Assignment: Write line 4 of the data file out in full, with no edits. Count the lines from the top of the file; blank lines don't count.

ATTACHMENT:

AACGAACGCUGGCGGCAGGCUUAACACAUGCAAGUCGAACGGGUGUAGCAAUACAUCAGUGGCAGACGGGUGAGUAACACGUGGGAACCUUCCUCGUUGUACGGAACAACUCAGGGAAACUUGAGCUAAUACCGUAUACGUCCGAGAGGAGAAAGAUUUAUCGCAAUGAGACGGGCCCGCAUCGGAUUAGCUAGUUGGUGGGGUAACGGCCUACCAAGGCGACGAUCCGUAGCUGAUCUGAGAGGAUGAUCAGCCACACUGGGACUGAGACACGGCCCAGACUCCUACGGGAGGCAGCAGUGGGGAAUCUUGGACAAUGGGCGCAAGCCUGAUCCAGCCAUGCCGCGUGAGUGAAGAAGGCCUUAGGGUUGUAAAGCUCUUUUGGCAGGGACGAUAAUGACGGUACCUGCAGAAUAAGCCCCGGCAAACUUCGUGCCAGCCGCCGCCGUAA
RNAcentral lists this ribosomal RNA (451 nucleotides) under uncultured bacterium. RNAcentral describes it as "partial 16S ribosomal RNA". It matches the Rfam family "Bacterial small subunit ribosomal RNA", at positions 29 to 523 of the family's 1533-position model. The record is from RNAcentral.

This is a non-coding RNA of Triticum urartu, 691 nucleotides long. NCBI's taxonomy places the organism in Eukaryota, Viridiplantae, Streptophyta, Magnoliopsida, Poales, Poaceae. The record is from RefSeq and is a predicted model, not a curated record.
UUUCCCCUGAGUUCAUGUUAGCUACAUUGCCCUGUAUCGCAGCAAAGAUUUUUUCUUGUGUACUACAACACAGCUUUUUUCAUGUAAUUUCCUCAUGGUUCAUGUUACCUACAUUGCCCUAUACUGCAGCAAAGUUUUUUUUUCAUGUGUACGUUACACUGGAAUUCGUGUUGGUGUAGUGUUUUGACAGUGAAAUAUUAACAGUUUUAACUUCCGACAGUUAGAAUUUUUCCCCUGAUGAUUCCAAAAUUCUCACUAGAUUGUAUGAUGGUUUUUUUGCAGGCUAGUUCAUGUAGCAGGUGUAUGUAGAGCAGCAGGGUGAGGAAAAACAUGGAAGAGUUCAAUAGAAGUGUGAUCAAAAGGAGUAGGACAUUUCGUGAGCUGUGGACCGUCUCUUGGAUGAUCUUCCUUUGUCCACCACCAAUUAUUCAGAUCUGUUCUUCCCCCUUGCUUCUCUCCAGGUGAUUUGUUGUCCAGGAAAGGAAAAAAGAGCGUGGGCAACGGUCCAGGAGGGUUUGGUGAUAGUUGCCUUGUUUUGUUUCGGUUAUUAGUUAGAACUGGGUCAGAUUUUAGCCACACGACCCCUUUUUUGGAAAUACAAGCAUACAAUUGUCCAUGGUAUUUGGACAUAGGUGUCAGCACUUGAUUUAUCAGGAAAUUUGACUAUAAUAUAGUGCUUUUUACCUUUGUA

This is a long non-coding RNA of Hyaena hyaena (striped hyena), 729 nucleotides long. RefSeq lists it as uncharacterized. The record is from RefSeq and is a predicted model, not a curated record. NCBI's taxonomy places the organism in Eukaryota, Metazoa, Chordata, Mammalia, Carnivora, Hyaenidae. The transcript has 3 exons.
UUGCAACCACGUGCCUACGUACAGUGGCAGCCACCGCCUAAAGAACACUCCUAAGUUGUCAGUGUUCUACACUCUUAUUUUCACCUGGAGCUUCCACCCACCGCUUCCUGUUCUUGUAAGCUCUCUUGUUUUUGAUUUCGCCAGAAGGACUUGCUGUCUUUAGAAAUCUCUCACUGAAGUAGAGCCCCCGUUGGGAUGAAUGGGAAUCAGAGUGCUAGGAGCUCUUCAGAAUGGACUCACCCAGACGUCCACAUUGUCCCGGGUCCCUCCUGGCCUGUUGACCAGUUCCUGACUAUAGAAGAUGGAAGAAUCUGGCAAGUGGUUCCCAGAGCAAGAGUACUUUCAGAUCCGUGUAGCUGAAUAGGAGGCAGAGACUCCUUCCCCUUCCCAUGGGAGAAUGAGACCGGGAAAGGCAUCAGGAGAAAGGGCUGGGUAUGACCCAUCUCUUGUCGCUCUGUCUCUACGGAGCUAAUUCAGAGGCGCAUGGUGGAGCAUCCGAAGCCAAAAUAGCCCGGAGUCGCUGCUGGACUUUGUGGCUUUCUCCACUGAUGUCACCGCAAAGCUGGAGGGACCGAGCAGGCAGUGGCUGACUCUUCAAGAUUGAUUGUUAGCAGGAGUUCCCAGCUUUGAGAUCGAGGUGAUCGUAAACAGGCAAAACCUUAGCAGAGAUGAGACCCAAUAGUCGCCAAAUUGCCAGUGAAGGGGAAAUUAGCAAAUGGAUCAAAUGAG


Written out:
UUUCCCCUGAGUUCAUGUUAGCUACAUUGCCCUGUAUCGCAGCAAAGAUUUUUUCUUGUGUACUACAACACAGCUUUUUUCAUGUAAUUUCCUCAUGGUUCAUGUUACCUACAUUGCCCUAUACUGCAGCAAAGUUUUUUUUUCAUGUGUACGUUACACUGGAAUUCGUGUUGGUGUAGUGUUUUGACAGUGAAAUAUUAACAGUUUUAACUUCCGACAGUUAGAAUUUUUCCCCUGAUGAUUCCAAAAUUCUCACUAGAUUGUAUGAUGGUUUUUUUGCAGGCUAGUUCAUGUAGCAGGUGUAUGUAGAGCAGCAGGGUGAGGAAAAACAUGGAAGAGUUCAAUAGAAGUGUGAUCAAAAGGAGUAGGACAUUUCGUGAGCUGUGGACCGUCUCUUGGAUGAUCUUCCUUUGUCCACCACCAAUUAUUCAGAUCUGUUCUUCCCCCUUGCUUCUCUCCAGGUGAUUUGUUGUCCAGGAAAGGAAAAAAGAGCGUGGGCAACGGUCCAGGAGGGUUUGGUGAUAGUUGCCUUGUUUUGUUUCGGUUAUUAGUUAGAACUGGGUCAGAUUUUAGCCACACGACCCCUUUUUUGGAAAUACAAGCAUACAAUUGUCCAUGGUAUUUGGACAUAGGUGUCAGCACUUGAUUUAUCAGGAAAUUUGACUAUAAUAUAGUGCUUUUUACCUUUGUA